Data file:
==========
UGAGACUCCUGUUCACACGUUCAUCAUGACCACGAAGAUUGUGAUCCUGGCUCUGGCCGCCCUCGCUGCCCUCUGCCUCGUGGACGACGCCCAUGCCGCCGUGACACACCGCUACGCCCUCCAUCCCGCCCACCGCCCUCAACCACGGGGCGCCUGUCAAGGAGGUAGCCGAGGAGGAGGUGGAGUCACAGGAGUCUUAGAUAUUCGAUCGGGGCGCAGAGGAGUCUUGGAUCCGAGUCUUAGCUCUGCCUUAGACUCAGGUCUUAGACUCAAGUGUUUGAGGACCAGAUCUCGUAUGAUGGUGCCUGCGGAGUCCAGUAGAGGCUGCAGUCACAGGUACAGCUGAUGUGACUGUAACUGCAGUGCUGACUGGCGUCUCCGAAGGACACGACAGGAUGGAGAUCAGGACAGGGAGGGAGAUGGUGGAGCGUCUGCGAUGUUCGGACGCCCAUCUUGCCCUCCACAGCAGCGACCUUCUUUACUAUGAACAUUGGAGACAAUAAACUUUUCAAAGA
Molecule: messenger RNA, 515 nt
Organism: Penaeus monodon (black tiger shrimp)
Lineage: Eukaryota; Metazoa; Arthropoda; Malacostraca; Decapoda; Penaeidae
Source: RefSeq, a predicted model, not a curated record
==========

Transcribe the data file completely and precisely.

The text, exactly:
UGAGACUCCUGUUCACACGUUCAUCAUGACCACGAAGAUUGUGAUCCUGGCUCUGGCCGCCCUCGCUGCCCUCUGCCUCGUGGACGACGCCCAUGCCGCCGUGACACACCGCUACGCCCUCCAUCCCGCCCACCGCCCUCAACCACGGGGCGCCUGUCAAGGAGGUAGCCGAGGAGGAGGUGGAGUCACAGGAGUCUUAGAUAUUCGAUCGGGGCGCAGAGGAGUCUUGGAUCCGAGUCUUAGCUCUGCCUUAGACUCAGGUCUUAGACUCAAGUGUUUGAGGACCAGAUCUCGUAUGAUGGUGCCUGCGGAGUCCAGUAGAGGCUGCAGUCACAGGUACAGCUGAUGUGACUGUAACUGCAGUGCUGACUGGCGUCUCCGAAGGACACGACAGGAUGGAGAUCAGGACAGGGAGGGAGAUGGUGGAGCGUCUGCGAUGUUCGGACGCCCAUCUUGCCCUCCACAGCAGCGACCUUCUUUACUAUGAACAUUGGAGACAAUAAACUUUUCAAAGA
Molecule: messenger RNA, 515 nt
Organism: Penaeus monodon (black tiger shrimp)
Lineage: Eukaryota; Metazoa; Arthropoda; Malacostraca; Decapoda; Penaeidae
Source: RefSeq, a predicted model, not a curated record